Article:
break balls

(redirected from break stones)

break (one's) balls

1. vulgar slang To exert oneself to the utmost degree; to put forth the maximum amount of effort or strain. "Balls" is slang for the testicles, so the phrase in every meaning is usually (but not solely) said of or by a man. I've been breaking my balls trying to get the new software ready by the release date. Don't break your balls getting over here, there's no rush.
2. vulgar slang To harass, harangue, or pressure one about something, especially for a lengthy period of time. The boss has been breaking our balls over the number of sales our department has made this quarter. I said I would get it done today. Quit breaking my balls!
3. vulgar slang To tease one; to give one a hard time. Aw, come on, dude, I was just breaking your balls. No need to get upset about it.
See also: ball, break

break (someone's) balls

 and break (someone's) stones; bust (someone's) balls; bust (someone's) stones 
1. Sl. to wreck or ruin (someone); to overwork someone; to overwhelm someone. (Potentially offensive. Use only with discretion.) The boss acts like he's trying to break everybody's balls all the time. No need to break my balls. I'll do it!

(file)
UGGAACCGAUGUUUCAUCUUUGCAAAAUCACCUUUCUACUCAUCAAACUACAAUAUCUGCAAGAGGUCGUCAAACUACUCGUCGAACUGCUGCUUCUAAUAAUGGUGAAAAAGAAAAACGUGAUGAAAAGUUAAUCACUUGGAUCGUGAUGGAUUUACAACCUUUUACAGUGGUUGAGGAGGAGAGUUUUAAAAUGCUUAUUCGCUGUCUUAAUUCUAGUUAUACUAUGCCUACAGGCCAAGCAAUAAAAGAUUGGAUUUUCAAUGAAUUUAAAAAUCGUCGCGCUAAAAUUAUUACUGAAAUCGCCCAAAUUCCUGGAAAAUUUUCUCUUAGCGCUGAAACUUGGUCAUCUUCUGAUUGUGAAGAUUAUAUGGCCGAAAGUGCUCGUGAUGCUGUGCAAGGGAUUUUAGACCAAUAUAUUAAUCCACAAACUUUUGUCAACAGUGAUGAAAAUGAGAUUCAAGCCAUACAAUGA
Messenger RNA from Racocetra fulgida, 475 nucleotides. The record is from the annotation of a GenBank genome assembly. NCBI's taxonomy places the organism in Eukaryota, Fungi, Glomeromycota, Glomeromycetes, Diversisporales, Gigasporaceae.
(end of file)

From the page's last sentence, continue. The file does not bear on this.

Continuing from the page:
2. Sl. to kid or tease (someone). Don't sweat what I said—I was just bustin' balls. Hey, relax, he didn't mean it. He was just breakin' your stones!
See also: ball, break

break balls

verb
See also: ball, break
References in classic literature ?
But a young man--any man--could have gone to break stones on the roads or something of that kind--or enlisted--or--"
Wild-bearded capuchin monkeys in Brazil have been observed creating sharp-edged stone flakes - similar to primitive stone tools - unintentionally while they deliberately break stones to extract minerals and lichens from within them.
IN the late 19th Century men could break stones in three "labour test" yards in Middlesbrough in return for poor relief however the high unemployment meant that by 1879 there was more stone than could be used, leading to pounds 4,000 worth of excess stone being amassed.
He said some of the latest equipment brought in to the department includes search cameras used during fires to locate trapped people, special rescue ladders which can reach up to four floors and special equipment to break stones when buildings collapse.
"In our previous grants, we were looking for mechanisms that cause shock waves to break stones and injure tissue," said Dr.